“You.” Derik pointed at Sidney. “Give me the ring.”
Sidney took a step away from his High Priest. “You said it was mine.”
“I said no such thing. You had it while you needed it, and now I need it, so hand it over.” He flipped his hand into an upturned palm.
Sidney seemed no more inclined to give up his one defence against the dwarf. NPCs were like players in that respect, loath to give up any of their magic items.
“It may protect you against him, Sidney, but it won’t protect you against me, will it?” He was impressively calm in the face of insubordination, Britta thought. Perhaps he was used to it, and this was normal behaviour for them. She really had no idea how kobold society functioned.
The threat from Derik had been quite mild, with no specifics mentioned, but it was enough to get Sidney to reluctantly take off the ring and place it on Derik’s palm.
“Good,” said Derik. Then he struck Sidney on the head with a large wooden spoon he pulled out from under his robes. It made a dull thud as it bounced off Sidney’s furry brown head.
“Ow!” said Sidney, stumbling back, clutching his head.
“And next time, do what you’re told. That includes not bringing enemy combatants into our most sacred chambers. Understand?”
Sidney nodded, rubbing the top of his head. Derik put the ring on and turned to face what was left of the altar. The dwarf was still on his back, stuck in it.
Derik crouched down and moved forwards, his ringed-hand held low, but tilted up. He was, Britta guessed, going to try to push the dwarf out of the way. If it worked like it had for Britta, the dwarf would probably end up on the other side of the room.
Derik approached, getting closer and closer until he was standing next to the dwarf. There seemed to be no effect.
“Blast,” said Derik. “You’ve used up the charge.” He looked at the ring, shook his hand vigorously for a couple of seconds, and then pointed it at the dwarf again. “No, definitely empty. What have you been using it for?” He said it as though there were numerous improper uses the ring could be put to. Britta wondered what they were.
“Nothing,” said Sidney. “It was her.” They both turned to look at Britta.
She knew she hadn’t done anything wrong, but it was still hard not to feel guilty when being accused. “Can’t you recharge it?” she said.
“Yes, I can. I can use what you call the ‘Keystone’ to return it to full power. Unfortunately the way to do that would be to use the altar. The altar you so casually destroyed on entry.”
Britta didn’t feel that was very fair. “The altar that was already broken?”
“It was a multi-purpose altar,” said Derik. “What did you think? That we only did ritual sacrifices here? We’re not living in the dark ages, you know? They ended several months ago. This was a top of the line modern altar, with a docking station for recharging relics and icons, even when it wasn’t turned on. A marvellous example of technology, now nothing more than rubble.” He sighed. “I guess we’ll have to do this the old-fashioned way. You.” This time he pointed at Dad. “Help me push this dwarf.”
Dad raised his eyebrows at Britta, but did as he was asked. He slung his bow over his shoulder and stood next to Derik as they both pushed the dwarf from the side. The dwarf groaned loudly. There was some movement, but not enough to roll the dwarf out of the small crater he had made for himself.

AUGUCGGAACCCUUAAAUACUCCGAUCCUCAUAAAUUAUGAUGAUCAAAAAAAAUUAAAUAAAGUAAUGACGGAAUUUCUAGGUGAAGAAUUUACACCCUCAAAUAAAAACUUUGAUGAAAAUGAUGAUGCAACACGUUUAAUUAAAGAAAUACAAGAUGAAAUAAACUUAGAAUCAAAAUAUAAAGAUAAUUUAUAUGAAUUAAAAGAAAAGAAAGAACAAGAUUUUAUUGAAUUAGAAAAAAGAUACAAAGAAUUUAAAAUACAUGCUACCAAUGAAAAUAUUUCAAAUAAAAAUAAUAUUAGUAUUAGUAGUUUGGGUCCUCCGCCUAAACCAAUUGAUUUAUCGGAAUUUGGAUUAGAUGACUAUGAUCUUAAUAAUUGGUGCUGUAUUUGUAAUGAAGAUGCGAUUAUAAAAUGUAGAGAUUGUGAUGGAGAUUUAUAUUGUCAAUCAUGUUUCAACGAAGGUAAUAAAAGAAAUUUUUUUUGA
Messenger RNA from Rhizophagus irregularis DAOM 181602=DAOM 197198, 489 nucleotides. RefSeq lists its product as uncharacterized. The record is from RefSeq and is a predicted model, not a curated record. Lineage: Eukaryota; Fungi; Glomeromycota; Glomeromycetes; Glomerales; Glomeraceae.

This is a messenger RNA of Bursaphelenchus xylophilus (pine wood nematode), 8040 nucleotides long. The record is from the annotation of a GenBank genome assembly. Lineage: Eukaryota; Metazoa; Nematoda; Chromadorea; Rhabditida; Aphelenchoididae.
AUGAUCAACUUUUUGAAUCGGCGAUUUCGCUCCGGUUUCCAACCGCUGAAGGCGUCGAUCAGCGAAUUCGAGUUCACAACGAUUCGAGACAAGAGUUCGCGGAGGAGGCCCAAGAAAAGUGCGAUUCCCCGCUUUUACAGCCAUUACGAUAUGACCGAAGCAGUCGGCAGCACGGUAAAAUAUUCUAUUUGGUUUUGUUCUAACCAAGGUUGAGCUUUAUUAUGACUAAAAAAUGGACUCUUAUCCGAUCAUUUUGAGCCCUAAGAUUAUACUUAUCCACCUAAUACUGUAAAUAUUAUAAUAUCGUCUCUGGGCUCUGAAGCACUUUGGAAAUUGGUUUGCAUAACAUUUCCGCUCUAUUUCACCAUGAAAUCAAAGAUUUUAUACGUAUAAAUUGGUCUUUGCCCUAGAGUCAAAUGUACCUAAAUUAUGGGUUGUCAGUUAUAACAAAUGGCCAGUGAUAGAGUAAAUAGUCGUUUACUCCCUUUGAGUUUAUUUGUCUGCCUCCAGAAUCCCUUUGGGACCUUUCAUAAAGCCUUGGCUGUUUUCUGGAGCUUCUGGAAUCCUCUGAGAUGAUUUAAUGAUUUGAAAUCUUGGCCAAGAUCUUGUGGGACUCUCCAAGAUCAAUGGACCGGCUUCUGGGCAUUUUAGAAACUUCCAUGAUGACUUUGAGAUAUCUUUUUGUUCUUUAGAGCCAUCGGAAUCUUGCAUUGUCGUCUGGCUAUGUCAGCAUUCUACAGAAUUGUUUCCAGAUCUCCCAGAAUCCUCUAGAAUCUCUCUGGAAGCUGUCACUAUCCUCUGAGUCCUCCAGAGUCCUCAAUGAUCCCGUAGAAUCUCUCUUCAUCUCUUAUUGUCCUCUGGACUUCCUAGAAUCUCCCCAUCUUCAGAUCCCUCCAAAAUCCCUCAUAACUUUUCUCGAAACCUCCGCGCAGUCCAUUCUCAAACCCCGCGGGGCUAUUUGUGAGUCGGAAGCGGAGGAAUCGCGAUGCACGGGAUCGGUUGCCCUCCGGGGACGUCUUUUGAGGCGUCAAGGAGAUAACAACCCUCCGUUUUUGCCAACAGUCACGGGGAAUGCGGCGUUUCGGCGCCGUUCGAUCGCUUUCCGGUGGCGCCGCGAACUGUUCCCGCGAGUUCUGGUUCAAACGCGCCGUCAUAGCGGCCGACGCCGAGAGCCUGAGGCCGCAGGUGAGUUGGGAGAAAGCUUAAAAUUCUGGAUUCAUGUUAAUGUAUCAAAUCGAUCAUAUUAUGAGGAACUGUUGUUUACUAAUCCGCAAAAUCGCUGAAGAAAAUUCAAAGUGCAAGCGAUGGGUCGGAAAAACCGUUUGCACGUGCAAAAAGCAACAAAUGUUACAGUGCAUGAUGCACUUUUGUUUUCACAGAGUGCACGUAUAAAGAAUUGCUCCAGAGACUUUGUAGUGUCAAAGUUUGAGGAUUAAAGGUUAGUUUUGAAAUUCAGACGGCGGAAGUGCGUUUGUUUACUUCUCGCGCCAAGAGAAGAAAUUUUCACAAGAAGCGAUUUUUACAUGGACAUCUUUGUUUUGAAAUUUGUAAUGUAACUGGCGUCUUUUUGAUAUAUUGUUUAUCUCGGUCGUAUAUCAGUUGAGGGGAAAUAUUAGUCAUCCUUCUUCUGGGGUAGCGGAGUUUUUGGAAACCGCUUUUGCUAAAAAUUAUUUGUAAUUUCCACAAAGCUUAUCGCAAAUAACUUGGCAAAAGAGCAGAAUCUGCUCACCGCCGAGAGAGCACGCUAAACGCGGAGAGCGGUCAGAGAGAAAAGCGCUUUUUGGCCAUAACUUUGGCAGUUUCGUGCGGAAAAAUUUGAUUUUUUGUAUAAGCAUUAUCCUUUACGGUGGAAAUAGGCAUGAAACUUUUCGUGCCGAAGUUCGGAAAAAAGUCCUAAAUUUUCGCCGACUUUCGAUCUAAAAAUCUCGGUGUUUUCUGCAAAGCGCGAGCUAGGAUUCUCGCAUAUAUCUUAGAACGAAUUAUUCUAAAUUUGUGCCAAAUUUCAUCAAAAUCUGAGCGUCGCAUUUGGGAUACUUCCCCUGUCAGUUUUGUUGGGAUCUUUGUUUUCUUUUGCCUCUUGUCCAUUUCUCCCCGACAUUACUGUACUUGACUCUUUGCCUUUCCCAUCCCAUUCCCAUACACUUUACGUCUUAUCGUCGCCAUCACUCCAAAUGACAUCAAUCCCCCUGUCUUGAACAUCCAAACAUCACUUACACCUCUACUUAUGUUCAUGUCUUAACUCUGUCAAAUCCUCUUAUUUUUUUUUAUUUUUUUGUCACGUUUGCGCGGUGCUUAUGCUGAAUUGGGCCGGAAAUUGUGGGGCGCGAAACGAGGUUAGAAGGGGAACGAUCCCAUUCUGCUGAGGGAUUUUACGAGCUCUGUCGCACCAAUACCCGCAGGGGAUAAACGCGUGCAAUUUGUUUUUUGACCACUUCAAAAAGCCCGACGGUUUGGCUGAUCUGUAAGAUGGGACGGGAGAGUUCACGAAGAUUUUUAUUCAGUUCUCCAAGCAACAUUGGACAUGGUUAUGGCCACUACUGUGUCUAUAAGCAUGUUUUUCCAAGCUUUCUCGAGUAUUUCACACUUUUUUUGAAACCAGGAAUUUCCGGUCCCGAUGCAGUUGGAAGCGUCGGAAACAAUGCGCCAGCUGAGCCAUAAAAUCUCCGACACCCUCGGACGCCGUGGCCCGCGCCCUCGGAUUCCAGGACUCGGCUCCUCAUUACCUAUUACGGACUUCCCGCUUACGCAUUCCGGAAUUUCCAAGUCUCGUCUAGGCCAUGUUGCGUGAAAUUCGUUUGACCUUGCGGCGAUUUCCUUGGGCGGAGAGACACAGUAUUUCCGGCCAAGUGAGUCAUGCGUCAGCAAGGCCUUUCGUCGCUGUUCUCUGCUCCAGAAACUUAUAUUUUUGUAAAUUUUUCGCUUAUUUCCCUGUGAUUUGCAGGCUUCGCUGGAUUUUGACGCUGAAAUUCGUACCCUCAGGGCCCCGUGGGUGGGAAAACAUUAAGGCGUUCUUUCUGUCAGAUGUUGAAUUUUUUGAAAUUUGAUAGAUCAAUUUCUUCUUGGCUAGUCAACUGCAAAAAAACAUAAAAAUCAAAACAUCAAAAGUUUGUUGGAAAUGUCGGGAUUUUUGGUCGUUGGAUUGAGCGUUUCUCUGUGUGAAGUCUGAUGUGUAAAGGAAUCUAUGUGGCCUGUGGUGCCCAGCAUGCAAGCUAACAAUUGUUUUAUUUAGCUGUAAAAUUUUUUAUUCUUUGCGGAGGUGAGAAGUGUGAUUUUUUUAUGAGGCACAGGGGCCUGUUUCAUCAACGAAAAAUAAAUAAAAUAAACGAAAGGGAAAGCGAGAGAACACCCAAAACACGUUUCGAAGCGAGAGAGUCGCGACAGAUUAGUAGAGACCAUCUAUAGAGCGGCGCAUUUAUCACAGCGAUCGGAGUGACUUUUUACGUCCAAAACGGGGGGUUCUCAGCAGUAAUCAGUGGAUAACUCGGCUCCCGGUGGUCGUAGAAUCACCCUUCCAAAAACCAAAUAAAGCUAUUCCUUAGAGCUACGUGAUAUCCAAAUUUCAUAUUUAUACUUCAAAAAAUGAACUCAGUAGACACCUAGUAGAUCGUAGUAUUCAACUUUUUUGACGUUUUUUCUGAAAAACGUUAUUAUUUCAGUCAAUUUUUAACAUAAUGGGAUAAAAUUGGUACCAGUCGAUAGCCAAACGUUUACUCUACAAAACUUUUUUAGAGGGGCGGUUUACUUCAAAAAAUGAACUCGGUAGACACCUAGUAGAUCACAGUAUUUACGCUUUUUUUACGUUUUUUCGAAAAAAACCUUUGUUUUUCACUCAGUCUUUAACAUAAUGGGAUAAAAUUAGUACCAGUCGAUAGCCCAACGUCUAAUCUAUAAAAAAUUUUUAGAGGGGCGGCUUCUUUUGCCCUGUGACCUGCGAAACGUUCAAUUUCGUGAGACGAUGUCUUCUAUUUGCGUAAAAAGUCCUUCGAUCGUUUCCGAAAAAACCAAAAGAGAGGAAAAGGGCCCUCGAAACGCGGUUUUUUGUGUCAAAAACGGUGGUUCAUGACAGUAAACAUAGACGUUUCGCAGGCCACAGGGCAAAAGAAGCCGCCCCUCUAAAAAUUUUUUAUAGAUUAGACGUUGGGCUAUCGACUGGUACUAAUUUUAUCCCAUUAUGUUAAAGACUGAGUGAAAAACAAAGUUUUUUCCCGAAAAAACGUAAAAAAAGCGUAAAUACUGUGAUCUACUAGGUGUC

“He’s heavier than he looks,” said Dad. “You two could help.”
Britta and Sidney had been watching from the sidelines. The dwarf wasn’t very big, so there wasn’t much room alongside Dad and Derik. The two of them squeezed in where they could and then they all pushed together.
The dwarf slowly tipped onto one side, and then rolled off, landing face-down on the floor. Once he was on his front, the dwarf’s stubby arms and legs were able to help him get to his feet. He stood there, eyes still glowing red, looking straight past everyone. It reminded Britta of someone who had just tripped in the street and was pretending nothing had happened.
“Now what?” she asked Derik. He was supposed to be showing her how to get to the Keystone, not force them to help with tidy-up. Even if she was partially responsible for the mess.
Derik cleared away some of the smaller pieces of broken altar to reveal a hole under the altar. It went straight down, and it was much too dark to see anything.
“It looks like a chimney,” said Dad. “Is the Keystone down there?”
“Yes,” said Derik. “This is the shortest route. Just jump in. You can’t miss it.”
The hole was big enough for Britta to fit in, just. Dad wouldn’t be able to use it, though. “How far is it?” asked Britta. “Won’t it kill me if I jump?”
“I should be so lucky,” said Derik. He put his arm out so his hand was over the hole. “Feel that?”
Britta put her own hand out. She could feel warm air pushing through her fingers.
“The updraft will slow your descent. You’ll be fine.”
It could quite easily have been a trick, but the gnomes did have a similar system in place, so it wasn’t that farfetched
“And how do I get out?”
“There’s an exit. The long way.”
It seemed to be fairly straightforward. And she had Teleport to get her out of there if it wasn’t.
“Okay, then.” She looked into the black hole. It didn’t look very inviting. “You stay here,” she said to Dad, like he had any other choice.
Dad nodded. “Good luck. Stay in touch on group chat.”
Britta nodded back. “So I just jump in?” She dangled a foot over the darkness. There could be anything down there.
“Yes,” said Derik.
“It’ll be fine,” said Dad.
“Jump in the hole?”
“Yes,” said Dad, Derik and Sidney together.
“I don’t need to—”
Dad pushed her down the hole.